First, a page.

When it comes to managing and motivating people, I’m a fan of the Reagan model. In fact, some have called Reagan, “The Great Delegator.”
Recently, I was teaching this principle (as it relates to motivating campaign volunteers) and a student asked me whether or not Bush’s problems were caused by his following my theory (I’m not sure if this was an attempt to make me look bad, or a legitimate question).
… My answer was that Reagan’s model of delegating authority probably did allow for Iran/Contra to happen—but it also won the Cold War. In short, there are trade-off’s involved.
I also pointed out that delegation assumes you are giving authority to smart and good people. Reagan’s first term (with Baker, Meese, and Deaver) did not involve an Iran/Contra scandal. It was only when these three left his side that problems arose.
This article in Slate appears to address the question. I thought I would share it with you:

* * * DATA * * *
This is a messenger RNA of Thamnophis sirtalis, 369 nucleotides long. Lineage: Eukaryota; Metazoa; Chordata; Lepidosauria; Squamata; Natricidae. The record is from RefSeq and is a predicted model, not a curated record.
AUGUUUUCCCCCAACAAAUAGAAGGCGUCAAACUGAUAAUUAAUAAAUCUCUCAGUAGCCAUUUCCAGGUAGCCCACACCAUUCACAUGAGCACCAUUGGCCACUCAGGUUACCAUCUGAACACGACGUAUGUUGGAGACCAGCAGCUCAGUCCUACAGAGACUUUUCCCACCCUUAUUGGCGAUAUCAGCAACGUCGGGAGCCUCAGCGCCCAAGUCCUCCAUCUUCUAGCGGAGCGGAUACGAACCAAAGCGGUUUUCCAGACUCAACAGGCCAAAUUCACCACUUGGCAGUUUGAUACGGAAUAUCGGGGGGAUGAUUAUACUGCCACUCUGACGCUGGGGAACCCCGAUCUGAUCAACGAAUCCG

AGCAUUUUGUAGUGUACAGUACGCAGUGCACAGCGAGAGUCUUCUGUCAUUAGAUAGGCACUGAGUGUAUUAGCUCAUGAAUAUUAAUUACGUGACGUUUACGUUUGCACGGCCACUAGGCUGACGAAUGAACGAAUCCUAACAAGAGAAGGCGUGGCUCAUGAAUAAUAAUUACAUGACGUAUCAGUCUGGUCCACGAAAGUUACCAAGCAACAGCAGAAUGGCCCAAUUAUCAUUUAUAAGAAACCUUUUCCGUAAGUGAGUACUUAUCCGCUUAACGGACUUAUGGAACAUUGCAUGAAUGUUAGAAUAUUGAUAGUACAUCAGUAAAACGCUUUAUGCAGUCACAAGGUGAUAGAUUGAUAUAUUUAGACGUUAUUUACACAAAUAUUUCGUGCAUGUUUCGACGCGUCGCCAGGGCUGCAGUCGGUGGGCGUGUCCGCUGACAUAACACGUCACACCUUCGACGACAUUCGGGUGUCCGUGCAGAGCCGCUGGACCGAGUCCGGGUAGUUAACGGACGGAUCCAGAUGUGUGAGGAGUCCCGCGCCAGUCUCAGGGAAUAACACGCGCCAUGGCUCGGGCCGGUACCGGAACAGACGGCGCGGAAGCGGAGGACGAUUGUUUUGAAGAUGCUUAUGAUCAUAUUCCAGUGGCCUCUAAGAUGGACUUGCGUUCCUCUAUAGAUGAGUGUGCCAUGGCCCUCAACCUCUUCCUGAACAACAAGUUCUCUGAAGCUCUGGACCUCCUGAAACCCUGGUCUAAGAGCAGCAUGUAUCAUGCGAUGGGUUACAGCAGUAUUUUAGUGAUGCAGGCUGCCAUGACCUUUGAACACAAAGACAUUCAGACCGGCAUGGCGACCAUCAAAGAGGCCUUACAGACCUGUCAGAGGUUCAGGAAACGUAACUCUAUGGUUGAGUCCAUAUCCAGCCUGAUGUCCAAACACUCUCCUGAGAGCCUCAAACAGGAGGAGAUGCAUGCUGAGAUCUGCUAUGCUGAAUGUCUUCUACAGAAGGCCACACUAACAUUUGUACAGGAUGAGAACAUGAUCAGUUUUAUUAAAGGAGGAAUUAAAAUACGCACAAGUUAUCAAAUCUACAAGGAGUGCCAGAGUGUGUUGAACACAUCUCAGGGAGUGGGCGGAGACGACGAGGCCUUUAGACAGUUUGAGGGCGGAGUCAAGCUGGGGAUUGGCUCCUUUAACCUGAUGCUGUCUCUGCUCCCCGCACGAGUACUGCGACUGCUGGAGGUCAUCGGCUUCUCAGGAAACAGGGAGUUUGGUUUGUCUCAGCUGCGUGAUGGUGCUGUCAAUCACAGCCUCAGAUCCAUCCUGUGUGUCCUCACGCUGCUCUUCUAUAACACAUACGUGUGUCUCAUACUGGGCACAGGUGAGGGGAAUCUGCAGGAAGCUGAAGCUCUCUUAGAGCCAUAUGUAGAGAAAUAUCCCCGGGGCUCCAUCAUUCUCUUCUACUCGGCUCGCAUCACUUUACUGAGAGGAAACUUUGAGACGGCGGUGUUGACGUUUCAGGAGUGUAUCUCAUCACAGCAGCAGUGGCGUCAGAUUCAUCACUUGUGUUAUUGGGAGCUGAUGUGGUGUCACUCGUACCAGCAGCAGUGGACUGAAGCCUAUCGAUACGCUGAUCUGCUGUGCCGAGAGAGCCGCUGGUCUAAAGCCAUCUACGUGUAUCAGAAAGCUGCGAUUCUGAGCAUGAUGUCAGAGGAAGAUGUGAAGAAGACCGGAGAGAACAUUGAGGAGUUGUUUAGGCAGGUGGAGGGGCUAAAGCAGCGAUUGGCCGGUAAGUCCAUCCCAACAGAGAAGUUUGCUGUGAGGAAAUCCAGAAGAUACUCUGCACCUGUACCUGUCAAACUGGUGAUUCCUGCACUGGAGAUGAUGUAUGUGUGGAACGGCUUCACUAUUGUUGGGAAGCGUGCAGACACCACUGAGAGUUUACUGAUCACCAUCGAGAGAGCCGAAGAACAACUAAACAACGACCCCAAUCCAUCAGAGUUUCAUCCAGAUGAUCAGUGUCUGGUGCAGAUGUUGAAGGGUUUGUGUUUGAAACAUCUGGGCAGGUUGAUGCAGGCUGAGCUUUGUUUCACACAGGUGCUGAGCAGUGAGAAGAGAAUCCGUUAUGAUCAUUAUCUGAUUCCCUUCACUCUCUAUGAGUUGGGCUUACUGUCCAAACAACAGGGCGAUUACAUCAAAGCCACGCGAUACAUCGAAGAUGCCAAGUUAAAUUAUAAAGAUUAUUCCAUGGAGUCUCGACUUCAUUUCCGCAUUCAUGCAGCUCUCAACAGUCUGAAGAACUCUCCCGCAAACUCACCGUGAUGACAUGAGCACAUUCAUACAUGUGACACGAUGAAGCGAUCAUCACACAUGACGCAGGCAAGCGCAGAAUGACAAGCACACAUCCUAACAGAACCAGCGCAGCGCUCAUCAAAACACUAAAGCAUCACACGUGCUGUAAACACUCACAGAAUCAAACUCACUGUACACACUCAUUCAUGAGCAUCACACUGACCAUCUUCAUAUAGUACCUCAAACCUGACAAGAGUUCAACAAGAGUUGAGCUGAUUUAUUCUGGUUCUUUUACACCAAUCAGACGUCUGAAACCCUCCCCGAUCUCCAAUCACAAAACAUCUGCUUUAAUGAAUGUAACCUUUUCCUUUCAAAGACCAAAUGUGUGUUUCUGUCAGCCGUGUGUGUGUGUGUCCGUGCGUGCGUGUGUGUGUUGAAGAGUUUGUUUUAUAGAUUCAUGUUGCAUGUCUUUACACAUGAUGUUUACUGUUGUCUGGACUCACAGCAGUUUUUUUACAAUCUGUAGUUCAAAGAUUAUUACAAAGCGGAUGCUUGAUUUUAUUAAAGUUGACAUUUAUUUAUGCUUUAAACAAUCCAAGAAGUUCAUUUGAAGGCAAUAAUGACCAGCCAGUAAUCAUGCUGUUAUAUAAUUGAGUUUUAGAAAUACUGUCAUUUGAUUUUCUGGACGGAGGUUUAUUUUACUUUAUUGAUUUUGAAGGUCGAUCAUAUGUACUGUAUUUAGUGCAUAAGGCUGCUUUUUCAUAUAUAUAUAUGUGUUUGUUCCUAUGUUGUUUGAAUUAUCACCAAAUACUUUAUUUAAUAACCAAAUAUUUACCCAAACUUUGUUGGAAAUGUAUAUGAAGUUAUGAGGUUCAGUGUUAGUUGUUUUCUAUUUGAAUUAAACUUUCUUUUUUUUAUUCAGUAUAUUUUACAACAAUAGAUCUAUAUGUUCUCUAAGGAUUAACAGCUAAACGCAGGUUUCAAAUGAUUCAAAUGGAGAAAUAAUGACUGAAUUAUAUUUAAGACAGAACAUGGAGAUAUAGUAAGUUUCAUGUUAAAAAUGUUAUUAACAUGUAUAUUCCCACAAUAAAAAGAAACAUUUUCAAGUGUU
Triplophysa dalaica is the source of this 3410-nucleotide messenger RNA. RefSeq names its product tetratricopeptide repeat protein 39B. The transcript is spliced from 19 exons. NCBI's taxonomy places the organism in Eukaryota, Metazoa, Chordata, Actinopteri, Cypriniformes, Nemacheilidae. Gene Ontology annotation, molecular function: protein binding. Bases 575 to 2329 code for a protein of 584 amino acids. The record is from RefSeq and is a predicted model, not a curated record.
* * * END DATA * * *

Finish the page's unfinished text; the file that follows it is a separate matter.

Bush’s stated management model—appointing good people, delegating authority to them, and holding them accountable for results—reflects some common-sense notions he picked up at
. His actual management practice, however, has not followed that model. In practice, Bush tends to appoint mediocre people he trusts to be loyal, delegates hardly any decision-making power to anyone beyond a few top aides, and seldom holds anyone accountable. These failures are related. If you don’t give people real authority, you can’t reasonably hold them responsible for what follows. What has grown up around the president as a result is not an effective political machine, but a stultifying imperial court, a hackocracy dominated by sycophants, cronies, and yes men. Harvard Business School